TheGreat Depression, the U.S. was hit with massive unemployment rates.In a span of about 4 years, from 1929, the unemployment rate had hitabout 25%. Approximately 35 million in the economy added to theunemployment group in the economy. Between 1929 and 1933, there was areduction of income by about 40%. At the same time, the economy wasmarred by high deflation which reduced prices by about 10% on good.By the end of 1934, about a million families had lost their homes andfarms owing to delinquency of loans and additional 273,000 evictedfrom their homes, and the real estate development dropped by recordhigh 80%. The problem was further catalyzed by severe droughts whichhit other regions in the country and impacting agricultural produce.Owing to the tuff economic times, a wide range of companies closed orreduced their operations as a measure of cutting on costs. Between1929 and 1939, the role of the government changed dramatically asCongress passed several policies which banned the link betweencommercial banks and investment banking. Similarly, PresidentRoosevelt created the Federal Deposit Insurance Corporation whoseprimary mandate was to insure all deposits in banks.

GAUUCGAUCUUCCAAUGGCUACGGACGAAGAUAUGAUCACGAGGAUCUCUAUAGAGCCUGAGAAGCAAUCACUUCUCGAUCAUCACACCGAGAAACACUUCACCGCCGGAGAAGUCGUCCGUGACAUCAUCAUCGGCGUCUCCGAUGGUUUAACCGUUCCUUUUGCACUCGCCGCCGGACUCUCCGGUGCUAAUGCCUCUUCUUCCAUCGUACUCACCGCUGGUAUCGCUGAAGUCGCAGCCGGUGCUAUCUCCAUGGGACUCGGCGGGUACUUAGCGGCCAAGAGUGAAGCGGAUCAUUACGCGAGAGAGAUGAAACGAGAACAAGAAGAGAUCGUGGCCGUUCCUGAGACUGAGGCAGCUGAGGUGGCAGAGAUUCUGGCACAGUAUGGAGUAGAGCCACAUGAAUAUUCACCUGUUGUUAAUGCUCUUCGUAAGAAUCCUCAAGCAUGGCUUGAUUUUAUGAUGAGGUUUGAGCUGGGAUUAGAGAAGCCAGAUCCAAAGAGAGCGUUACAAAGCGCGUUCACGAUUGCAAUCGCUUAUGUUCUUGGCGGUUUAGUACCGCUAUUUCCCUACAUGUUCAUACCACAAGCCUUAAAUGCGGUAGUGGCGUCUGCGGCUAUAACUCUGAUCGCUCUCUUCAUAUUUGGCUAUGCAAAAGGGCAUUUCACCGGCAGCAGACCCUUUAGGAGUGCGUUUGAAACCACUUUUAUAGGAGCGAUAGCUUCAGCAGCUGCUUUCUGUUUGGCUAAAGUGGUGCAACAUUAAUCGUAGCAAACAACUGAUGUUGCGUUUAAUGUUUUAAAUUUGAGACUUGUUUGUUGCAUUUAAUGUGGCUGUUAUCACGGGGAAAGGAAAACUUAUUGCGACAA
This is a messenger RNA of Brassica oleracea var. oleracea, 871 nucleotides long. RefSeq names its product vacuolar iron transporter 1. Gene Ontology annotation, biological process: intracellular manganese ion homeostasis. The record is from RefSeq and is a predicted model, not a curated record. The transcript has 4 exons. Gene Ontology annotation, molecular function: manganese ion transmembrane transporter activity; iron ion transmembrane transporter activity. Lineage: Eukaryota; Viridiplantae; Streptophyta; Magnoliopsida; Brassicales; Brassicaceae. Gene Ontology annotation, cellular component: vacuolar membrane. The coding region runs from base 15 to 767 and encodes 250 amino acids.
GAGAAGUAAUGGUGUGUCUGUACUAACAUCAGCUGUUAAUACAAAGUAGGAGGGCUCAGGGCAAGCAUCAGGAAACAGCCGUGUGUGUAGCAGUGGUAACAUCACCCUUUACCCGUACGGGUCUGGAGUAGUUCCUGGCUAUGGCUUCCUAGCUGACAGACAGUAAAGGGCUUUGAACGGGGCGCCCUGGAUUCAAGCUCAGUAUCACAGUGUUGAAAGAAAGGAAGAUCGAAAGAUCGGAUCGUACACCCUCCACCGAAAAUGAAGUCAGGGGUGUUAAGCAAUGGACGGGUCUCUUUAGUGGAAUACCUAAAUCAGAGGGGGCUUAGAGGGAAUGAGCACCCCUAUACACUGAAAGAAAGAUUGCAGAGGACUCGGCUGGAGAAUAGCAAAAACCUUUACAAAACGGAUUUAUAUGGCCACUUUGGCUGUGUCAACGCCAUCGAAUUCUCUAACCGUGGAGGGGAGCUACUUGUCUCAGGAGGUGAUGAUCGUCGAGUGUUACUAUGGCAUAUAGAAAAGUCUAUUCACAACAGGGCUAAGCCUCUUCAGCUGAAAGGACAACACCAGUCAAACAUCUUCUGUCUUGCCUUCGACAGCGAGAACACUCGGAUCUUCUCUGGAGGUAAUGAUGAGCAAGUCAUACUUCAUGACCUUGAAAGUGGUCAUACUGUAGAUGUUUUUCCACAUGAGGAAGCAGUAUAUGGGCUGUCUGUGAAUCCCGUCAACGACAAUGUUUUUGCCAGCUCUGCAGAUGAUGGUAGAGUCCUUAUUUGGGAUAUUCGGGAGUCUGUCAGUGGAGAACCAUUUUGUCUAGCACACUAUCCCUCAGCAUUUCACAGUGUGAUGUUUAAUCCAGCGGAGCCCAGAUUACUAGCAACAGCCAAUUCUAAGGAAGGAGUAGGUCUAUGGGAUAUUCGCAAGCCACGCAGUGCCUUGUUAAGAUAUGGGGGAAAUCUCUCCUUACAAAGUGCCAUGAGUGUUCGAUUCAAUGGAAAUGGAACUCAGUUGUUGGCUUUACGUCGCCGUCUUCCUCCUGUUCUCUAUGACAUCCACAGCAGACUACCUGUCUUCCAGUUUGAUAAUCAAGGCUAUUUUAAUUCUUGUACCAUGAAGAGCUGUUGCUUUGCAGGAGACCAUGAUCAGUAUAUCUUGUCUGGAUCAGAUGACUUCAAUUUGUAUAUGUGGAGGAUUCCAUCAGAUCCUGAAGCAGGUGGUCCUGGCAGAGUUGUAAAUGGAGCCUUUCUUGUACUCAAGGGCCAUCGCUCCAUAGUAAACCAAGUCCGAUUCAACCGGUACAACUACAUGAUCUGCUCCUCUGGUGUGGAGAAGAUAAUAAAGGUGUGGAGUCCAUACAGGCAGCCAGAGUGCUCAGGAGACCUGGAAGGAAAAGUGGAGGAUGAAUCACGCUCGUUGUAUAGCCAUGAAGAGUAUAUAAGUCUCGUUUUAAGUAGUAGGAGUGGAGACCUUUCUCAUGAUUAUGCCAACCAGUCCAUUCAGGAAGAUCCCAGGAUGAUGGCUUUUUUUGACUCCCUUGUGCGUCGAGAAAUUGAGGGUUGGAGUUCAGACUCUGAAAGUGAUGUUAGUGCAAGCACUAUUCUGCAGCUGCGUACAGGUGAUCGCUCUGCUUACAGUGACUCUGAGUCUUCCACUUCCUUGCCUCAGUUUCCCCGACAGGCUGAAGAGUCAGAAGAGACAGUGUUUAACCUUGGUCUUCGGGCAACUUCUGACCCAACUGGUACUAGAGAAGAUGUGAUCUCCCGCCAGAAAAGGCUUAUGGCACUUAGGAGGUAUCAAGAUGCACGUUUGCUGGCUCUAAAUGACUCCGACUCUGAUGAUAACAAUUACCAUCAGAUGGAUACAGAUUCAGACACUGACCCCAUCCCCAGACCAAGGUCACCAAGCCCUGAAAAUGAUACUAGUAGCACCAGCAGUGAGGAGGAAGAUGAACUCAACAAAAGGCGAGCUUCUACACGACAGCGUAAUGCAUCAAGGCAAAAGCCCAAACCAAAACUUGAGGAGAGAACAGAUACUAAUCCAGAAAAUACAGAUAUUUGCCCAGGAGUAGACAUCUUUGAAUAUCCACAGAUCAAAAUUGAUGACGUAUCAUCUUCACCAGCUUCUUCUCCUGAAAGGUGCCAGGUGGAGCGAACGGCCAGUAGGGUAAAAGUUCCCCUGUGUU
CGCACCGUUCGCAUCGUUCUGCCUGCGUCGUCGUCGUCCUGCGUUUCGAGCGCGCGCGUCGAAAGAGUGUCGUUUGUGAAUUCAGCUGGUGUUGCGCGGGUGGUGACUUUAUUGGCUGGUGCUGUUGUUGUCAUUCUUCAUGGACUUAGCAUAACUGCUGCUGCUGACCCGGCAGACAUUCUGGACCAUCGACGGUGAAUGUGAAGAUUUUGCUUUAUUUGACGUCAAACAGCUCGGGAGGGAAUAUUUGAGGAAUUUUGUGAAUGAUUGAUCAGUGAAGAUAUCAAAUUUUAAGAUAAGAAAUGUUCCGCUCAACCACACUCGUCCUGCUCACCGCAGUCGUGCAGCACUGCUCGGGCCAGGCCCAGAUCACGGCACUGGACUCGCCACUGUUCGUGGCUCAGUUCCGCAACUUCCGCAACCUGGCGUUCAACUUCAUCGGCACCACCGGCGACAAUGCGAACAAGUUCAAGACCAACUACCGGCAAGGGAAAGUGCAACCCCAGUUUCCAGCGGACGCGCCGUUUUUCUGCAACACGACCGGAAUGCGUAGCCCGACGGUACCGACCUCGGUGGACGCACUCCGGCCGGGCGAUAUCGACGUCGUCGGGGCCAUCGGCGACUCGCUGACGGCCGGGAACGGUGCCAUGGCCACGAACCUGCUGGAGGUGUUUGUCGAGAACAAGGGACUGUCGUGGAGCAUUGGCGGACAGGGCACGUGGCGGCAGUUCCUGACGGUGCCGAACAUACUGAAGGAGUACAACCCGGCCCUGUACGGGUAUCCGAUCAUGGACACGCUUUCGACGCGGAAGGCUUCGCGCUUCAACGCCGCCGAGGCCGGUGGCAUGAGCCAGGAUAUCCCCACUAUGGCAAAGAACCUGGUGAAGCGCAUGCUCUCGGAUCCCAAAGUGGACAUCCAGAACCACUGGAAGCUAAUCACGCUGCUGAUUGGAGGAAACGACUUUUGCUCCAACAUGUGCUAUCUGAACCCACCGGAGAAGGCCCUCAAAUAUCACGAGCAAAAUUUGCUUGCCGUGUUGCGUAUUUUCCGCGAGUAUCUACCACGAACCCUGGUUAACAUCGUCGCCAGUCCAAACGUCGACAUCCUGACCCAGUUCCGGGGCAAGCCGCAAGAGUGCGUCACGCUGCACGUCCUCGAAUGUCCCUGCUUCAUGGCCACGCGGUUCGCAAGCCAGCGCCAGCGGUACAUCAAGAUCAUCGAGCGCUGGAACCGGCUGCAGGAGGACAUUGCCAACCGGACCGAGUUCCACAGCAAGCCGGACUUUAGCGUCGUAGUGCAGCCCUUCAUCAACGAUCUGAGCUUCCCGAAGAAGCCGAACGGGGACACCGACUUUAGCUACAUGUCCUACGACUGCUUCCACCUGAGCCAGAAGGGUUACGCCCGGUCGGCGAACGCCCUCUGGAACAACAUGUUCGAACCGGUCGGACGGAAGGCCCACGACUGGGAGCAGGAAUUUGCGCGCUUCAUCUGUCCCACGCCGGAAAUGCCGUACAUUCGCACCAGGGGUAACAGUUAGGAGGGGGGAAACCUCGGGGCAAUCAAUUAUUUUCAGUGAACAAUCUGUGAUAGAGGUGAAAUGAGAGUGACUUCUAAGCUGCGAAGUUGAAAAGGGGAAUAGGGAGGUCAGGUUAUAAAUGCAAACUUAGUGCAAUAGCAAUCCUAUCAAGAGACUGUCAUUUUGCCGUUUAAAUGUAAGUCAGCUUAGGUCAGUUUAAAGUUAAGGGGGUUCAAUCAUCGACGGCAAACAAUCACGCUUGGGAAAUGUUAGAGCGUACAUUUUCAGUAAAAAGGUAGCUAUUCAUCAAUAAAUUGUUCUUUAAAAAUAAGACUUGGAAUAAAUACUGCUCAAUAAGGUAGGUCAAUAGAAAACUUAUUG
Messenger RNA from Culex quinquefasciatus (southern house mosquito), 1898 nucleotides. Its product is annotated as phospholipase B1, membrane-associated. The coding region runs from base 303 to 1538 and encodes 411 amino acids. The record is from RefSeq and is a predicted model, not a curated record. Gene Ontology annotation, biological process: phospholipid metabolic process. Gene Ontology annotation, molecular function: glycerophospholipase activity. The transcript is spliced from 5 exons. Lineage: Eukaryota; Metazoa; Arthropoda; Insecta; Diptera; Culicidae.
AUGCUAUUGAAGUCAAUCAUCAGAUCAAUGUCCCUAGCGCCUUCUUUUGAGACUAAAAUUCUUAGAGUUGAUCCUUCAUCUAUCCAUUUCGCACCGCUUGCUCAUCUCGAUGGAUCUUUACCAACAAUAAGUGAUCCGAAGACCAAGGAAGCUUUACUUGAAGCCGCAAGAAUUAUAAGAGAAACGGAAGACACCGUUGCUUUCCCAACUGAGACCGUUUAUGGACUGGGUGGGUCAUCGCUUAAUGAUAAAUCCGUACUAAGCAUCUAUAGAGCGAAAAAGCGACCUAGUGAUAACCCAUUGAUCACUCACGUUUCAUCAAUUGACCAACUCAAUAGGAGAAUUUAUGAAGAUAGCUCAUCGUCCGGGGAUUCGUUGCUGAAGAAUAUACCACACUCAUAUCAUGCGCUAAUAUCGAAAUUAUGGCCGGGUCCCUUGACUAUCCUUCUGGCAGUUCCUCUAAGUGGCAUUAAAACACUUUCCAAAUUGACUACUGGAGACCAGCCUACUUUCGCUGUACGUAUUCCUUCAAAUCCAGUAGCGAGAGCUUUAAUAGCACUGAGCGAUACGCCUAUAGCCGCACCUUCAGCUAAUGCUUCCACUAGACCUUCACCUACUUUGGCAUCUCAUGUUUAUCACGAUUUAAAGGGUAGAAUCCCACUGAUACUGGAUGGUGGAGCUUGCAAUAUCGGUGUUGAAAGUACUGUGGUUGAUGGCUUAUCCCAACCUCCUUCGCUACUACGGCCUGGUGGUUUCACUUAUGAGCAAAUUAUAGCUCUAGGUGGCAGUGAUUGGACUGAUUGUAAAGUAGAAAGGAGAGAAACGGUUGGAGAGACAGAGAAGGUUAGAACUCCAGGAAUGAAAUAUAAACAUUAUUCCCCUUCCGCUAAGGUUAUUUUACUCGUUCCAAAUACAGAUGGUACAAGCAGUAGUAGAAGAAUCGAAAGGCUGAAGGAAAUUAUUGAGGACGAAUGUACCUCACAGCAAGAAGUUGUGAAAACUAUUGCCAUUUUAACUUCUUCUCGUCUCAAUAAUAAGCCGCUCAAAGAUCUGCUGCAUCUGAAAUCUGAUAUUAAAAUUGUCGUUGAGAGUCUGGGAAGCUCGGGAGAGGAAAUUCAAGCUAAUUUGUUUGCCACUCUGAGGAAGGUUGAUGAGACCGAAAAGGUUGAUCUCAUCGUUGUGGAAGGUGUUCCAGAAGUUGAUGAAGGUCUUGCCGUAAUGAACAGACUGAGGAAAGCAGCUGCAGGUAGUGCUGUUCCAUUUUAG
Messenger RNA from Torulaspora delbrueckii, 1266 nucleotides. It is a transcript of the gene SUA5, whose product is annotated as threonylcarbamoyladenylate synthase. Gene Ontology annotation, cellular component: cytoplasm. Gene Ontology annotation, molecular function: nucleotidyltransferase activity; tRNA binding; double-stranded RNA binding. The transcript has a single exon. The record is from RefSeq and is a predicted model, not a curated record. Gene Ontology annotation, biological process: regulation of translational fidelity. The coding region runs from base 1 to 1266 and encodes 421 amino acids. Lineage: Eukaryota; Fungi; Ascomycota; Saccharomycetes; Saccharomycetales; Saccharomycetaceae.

TheGreat Depression came about due to a number of issues. Essentially,it was created with a combination of factors that included: thecollapse of the stock market, unreliable banking structure and tightmonetary policies that did not allow flexibility and adoptionstrategies to mitigate the failed economy. The crash in the stockmarket put a lot of pressure on the struggling banks causing acollapse of about 11,000 banks in the economy. With only a littlebanks operating, it was impossible to increase supply of money in theeconomy to support the collapsing economy. There disjoint between theFederal Reserve and central banks was another major problem thathindered the support of the failing economy.

References

Duignan,B. (2013).&nbspTheGreat Depression.New York: Rosen Pub.

Eichengreen,B. J. (2015).&nbspHallof mirrors: , the great recession, and theuses-and misuses-of history.

Fellows,N., &amp Wells, M. (2013).&nbspTheGreat Depression and the Americas 1929-39.Cambridge: Cambridge University Press.

Ohanian,L. (2013). Understanding economic crises: the great depression andthe 2008 recession.&nbspEconomicRecord,&nbsp86,2-6. http://dx.doi.org/10.1111/j.1475-4932.2010.00667.x

Richardson,G. (2014). Categories and causes of bank distress during the greatdepression, 1929–1933: The illiquidity versus insolvency debaterevisited.&nbspExplorationsin Economic History,&nbsp44(4),588-607. http://dx.doi.org/10.1016/j.eeh.2007.01.001

Tavlas,G. (2016). New Perspectives on the Great Depression: A ReviewEssay.&nbspInternationalFinance,&nbsp19(3),353-374. http://dx.doi.org/10.1111/infi.12094